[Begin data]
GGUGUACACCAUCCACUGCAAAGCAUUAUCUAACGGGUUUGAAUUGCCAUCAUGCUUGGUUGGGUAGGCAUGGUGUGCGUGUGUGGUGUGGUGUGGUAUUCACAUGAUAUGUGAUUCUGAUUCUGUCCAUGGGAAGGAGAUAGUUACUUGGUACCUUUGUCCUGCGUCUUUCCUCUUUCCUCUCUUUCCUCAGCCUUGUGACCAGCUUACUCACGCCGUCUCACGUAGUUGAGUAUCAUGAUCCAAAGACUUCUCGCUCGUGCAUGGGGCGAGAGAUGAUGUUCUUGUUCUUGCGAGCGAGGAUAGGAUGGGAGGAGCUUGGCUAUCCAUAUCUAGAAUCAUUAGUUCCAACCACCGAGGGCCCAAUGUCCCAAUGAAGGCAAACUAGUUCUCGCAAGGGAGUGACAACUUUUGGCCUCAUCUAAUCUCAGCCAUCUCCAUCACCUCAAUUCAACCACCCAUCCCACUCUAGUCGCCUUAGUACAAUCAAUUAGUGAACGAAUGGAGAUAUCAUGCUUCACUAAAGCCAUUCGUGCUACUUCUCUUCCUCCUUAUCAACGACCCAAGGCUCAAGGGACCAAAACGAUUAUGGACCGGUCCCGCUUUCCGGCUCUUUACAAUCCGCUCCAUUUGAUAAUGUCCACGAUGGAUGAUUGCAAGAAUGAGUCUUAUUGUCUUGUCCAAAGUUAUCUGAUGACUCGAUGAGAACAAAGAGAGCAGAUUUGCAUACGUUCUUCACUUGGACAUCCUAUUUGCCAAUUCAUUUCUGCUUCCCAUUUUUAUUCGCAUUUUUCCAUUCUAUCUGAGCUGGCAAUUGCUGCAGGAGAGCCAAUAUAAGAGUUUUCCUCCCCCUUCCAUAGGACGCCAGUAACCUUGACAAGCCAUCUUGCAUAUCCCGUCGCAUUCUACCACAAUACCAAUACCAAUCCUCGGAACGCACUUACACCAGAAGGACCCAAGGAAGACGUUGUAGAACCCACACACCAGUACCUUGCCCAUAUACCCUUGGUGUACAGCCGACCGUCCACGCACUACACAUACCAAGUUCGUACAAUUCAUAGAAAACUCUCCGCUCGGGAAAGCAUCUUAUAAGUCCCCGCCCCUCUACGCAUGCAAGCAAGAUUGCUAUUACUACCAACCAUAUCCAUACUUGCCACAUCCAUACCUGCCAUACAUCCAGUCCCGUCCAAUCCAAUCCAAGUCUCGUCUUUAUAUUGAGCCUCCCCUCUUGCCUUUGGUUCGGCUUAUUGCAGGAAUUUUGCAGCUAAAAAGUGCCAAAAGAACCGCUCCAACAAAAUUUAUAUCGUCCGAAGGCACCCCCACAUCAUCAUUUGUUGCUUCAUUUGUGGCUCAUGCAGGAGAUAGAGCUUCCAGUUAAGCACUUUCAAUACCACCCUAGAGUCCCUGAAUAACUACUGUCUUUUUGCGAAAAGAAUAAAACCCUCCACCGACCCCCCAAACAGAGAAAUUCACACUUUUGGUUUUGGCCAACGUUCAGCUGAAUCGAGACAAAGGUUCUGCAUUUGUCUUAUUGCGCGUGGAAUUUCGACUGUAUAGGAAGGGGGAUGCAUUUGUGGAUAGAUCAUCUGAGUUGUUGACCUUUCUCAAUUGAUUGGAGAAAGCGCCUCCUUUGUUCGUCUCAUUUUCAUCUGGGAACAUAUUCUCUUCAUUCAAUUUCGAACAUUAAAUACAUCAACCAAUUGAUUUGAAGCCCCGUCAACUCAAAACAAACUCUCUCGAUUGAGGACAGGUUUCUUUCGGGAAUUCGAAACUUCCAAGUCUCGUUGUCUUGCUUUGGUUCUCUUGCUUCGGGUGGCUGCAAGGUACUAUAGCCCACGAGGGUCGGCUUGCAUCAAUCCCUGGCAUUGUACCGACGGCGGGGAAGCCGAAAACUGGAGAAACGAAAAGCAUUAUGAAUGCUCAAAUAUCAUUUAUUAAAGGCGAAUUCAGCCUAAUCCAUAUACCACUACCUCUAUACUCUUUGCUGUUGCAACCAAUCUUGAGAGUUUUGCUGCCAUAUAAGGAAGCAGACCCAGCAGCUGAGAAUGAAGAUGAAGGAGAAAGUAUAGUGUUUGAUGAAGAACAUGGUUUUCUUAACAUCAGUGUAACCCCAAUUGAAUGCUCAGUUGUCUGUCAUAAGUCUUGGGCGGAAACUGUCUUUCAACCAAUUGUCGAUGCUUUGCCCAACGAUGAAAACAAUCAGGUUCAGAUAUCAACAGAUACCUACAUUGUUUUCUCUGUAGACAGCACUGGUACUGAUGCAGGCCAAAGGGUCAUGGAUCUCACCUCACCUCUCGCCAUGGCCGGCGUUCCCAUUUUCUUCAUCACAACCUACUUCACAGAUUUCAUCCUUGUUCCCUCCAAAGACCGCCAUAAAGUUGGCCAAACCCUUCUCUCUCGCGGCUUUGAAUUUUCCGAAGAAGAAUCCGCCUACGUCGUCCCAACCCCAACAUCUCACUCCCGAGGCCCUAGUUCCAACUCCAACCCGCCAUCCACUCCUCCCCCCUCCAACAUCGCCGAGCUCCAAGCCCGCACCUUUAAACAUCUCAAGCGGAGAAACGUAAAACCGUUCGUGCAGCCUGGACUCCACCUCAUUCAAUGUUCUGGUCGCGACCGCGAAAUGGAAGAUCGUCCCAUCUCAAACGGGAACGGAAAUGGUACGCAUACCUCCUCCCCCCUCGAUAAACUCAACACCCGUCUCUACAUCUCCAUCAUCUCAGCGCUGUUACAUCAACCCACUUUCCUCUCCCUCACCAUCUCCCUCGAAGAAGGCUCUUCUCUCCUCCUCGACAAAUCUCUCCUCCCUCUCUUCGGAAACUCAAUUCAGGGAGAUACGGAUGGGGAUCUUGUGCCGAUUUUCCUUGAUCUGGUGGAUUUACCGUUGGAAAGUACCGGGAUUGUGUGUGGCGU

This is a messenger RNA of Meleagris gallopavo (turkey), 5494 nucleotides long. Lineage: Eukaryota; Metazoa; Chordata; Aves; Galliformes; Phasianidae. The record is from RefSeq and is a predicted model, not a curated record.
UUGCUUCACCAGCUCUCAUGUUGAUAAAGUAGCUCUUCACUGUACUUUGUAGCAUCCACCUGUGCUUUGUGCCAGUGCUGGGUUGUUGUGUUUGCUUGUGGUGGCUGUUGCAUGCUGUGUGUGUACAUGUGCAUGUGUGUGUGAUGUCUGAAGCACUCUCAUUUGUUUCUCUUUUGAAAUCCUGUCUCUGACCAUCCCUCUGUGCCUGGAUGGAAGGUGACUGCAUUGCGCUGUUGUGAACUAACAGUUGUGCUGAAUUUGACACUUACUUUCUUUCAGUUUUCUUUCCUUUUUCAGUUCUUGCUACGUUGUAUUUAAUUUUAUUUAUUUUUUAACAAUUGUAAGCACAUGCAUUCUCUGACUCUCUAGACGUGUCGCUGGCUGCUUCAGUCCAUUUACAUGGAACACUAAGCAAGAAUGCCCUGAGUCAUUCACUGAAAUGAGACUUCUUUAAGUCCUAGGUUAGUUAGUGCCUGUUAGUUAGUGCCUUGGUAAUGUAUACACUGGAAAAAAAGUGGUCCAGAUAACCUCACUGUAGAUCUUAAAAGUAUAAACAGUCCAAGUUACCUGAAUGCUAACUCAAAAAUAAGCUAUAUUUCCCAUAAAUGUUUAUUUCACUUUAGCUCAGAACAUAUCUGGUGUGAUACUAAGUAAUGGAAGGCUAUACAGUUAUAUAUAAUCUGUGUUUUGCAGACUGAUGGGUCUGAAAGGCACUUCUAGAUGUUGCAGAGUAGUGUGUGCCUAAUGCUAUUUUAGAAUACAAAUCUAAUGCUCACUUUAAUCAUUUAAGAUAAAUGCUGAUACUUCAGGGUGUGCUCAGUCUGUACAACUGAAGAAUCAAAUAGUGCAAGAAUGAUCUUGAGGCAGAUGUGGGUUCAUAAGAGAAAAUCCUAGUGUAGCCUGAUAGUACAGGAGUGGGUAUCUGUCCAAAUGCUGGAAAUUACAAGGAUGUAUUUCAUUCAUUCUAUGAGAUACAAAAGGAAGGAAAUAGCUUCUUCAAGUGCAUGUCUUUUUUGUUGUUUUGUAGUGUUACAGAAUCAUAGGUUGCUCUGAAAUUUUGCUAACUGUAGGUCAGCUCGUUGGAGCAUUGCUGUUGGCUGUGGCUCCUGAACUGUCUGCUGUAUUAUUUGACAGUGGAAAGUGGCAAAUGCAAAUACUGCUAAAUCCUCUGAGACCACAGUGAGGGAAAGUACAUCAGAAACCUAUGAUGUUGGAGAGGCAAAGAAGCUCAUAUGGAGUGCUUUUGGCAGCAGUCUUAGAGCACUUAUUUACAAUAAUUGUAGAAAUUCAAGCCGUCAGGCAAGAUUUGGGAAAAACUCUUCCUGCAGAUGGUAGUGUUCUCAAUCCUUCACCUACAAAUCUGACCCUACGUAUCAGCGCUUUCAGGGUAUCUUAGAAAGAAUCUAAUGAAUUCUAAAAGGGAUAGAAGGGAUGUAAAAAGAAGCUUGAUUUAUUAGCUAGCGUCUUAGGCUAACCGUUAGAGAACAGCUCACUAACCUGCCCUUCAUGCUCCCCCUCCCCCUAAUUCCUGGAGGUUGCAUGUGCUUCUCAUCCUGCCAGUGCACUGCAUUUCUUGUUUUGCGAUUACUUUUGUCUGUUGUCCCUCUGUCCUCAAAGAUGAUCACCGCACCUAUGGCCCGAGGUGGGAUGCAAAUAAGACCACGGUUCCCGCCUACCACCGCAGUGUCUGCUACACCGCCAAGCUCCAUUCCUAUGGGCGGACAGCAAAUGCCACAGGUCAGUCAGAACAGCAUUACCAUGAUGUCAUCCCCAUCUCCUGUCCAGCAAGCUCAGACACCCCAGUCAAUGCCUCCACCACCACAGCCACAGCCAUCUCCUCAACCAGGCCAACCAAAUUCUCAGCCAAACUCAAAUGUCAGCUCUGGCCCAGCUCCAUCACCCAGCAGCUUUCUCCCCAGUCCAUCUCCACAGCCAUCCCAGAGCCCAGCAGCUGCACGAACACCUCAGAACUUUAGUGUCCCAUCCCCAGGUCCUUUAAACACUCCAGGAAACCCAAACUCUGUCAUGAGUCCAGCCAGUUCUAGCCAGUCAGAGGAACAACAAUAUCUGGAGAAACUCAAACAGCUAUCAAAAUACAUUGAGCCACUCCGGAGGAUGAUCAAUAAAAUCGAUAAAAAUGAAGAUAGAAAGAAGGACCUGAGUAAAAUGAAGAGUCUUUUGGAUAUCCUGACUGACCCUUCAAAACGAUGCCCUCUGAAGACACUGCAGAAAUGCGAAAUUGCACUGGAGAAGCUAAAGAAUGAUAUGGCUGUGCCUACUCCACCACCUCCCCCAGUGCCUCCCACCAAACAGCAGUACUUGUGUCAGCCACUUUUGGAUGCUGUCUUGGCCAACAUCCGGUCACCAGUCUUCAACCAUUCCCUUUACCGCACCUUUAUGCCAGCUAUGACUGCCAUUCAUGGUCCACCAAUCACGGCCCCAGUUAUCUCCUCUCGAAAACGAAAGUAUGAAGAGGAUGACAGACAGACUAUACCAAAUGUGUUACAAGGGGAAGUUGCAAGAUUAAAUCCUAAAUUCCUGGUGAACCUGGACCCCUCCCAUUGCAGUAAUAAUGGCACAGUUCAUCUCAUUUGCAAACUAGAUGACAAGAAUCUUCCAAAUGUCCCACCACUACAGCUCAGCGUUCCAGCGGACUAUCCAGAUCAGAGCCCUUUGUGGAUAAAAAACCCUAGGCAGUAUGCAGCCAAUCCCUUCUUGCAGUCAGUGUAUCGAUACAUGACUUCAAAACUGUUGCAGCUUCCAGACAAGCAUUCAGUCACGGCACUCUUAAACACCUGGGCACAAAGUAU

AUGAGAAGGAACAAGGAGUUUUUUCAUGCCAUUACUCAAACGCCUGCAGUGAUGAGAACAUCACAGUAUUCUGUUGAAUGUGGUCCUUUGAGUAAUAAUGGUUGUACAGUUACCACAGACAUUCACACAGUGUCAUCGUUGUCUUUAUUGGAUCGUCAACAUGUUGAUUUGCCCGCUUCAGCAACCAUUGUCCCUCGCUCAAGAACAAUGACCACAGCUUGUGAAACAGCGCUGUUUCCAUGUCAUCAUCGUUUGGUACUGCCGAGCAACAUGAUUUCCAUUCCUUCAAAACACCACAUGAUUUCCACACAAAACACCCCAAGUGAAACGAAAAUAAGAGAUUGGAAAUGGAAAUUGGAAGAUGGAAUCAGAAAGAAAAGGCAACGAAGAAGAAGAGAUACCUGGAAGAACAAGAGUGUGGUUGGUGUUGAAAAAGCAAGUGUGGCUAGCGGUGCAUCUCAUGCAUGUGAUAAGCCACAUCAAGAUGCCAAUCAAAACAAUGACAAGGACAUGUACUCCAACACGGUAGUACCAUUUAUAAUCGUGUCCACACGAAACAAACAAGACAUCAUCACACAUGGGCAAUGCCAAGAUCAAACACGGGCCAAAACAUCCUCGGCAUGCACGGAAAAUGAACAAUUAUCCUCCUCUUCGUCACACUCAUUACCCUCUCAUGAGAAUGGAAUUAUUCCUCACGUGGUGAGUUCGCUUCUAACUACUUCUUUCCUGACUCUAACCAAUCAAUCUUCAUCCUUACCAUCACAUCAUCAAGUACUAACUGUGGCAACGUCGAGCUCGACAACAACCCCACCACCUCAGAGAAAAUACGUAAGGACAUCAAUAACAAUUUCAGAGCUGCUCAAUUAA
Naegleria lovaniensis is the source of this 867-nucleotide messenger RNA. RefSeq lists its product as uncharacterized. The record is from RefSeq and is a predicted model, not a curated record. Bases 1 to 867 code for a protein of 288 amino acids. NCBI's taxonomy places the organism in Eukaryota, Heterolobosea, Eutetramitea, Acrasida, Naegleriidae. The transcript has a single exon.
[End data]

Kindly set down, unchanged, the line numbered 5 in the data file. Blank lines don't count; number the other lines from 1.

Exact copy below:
Naegleria lovaniensis is the source of this 867-nucleotide messenger RNA. RefSeq lists its product as uncharacterized. The record is from RefSeq and is a predicted model, not a curated record. Bases 1 to 867 code for a protein of 288 amino acids. NCBI's taxonomy places the organism in Eukaryota, Heterolobosea, Eutetramitea, Acrasida, Naegleriidae. The transcript has a single exon.